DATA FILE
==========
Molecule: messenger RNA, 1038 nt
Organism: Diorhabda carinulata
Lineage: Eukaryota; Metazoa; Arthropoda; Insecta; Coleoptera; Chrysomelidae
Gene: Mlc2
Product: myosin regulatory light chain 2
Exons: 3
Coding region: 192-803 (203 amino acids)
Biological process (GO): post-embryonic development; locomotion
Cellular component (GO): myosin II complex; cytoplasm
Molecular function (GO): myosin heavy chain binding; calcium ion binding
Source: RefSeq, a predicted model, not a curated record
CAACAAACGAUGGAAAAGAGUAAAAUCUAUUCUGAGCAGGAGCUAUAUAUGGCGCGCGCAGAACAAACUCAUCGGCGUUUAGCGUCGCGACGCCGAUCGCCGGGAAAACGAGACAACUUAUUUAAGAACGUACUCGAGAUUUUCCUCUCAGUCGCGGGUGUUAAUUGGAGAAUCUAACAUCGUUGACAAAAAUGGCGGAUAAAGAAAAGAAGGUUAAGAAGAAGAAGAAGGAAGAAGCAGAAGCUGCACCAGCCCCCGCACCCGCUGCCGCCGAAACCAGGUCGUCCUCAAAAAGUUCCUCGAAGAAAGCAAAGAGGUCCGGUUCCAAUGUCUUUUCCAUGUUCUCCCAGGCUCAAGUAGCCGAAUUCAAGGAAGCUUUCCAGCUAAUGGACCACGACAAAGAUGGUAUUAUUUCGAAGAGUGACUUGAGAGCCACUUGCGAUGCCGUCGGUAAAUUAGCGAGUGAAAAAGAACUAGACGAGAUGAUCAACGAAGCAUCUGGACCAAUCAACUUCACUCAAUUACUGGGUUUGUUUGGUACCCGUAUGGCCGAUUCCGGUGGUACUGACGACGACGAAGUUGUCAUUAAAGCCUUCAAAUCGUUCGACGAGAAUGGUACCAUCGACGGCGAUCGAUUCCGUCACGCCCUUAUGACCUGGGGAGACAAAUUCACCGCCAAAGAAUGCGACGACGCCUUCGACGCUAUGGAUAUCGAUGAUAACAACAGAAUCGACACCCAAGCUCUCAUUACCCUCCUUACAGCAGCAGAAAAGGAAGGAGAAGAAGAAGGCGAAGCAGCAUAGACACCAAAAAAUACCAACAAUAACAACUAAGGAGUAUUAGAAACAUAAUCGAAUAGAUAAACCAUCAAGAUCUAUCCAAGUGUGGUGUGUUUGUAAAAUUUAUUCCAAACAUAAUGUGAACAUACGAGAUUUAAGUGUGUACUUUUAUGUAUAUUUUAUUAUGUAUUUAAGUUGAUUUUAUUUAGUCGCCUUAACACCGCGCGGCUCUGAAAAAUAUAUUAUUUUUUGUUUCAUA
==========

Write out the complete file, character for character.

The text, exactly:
Molecule: messenger RNA, 1038 nt
Organism: Diorhabda carinulata
Lineage: Eukaryota; Metazoa; Arthropoda; Insecta; Coleoptera; Chrysomelidae
Gene: Mlc2
Product: myosin regulatory light chain 2
Exons: 3
Coding region: 192-803 (203 amino acids)
Biological process (GO): post-embryonic development; locomotion
Cellular component (GO): myosin II complex; cytoplasm
Molecular function (GO): myosin heavy chain binding; calcium ion binding
Source: RefSeq, a predicted model, not a curated record
CAACAAACGAUGGAAAAGAGUAAAAUCUAUUCUGAGCAGGAGCUAUAUAUGGCGCGCGCAGAACAAACUCAUCGGCGUUUAGCGUCGCGACGCCGAUCGCCGGGAAAACGAGACAACUUAUUUAAGAACGUACUCGAGAUUUUCCUCUCAGUCGCGGGUGUUAAUUGGAGAAUCUAACAUCGUUGACAAAAAUGGCGGAUAAAGAAAAGAAGGUUAAGAAGAAGAAGAAGGAAGAAGCAGAAGCUGCACCAGCCCCCGCACCCGCUGCCGCCGAAACCAGGUCGUCCUCAAAAAGUUCCUCGAAGAAAGCAAAGAGGUCCGGUUCCAAUGUCUUUUCCAUGUUCUCCCAGGCUCAAGUAGCCGAAUUCAAGGAAGCUUUCCAGCUAAUGGACCACGACAAAGAUGGUAUUAUUUCGAAGAGUGACUUGAGAGCCACUUGCGAUGCCGUCGGUAAAUUAGCGAGUGAAAAAGAACUAGACGAGAUGAUCAACGAAGCAUCUGGACCAAUCAACUUCACUCAAUUACUGGGUUUGUUUGGUACCCGUAUGGCCGAUUCCGGUGGUACUGACGACGACGAAGUUGUCAUUAAAGCCUUCAAAUCGUUCGACGAGAAUGGUACCAUCGACGGCGAUCGAUUCCGUCACGCCCUUAUGACCUGGGGAGACAAAUUCACCGCCAAAGAAUGCGACGACGCCUUCGACGCUAUGGAUAUCGAUGAUAACAACAGAAUCGACACCCAAGCUCUCAUUACCCUCCUUACAGCAGCAGAAAAGGAAGGAGAAGAAGAAGGCGAAGCAGCAUAGACACCAAAAAAUACCAACAAUAACAACUAAGGAGUAUUAGAAACAUAAUCGAAUAGAUAAACCAUCAAGAUCUAUCCAAGUGUGGUGUGUUUGUAAAAUUUAUUCCAAACAUAAUGUGAACAUACGAGAUUUAAGUGUGUACUUUUAUGUAUAUUUUAUUAUGUAUUUAAGUUGAUUUUAUUUAGUCGCCUUAACACCGCGCGGCUCUGAAAAAUAUAUUAUUUUUUGUUUCAUA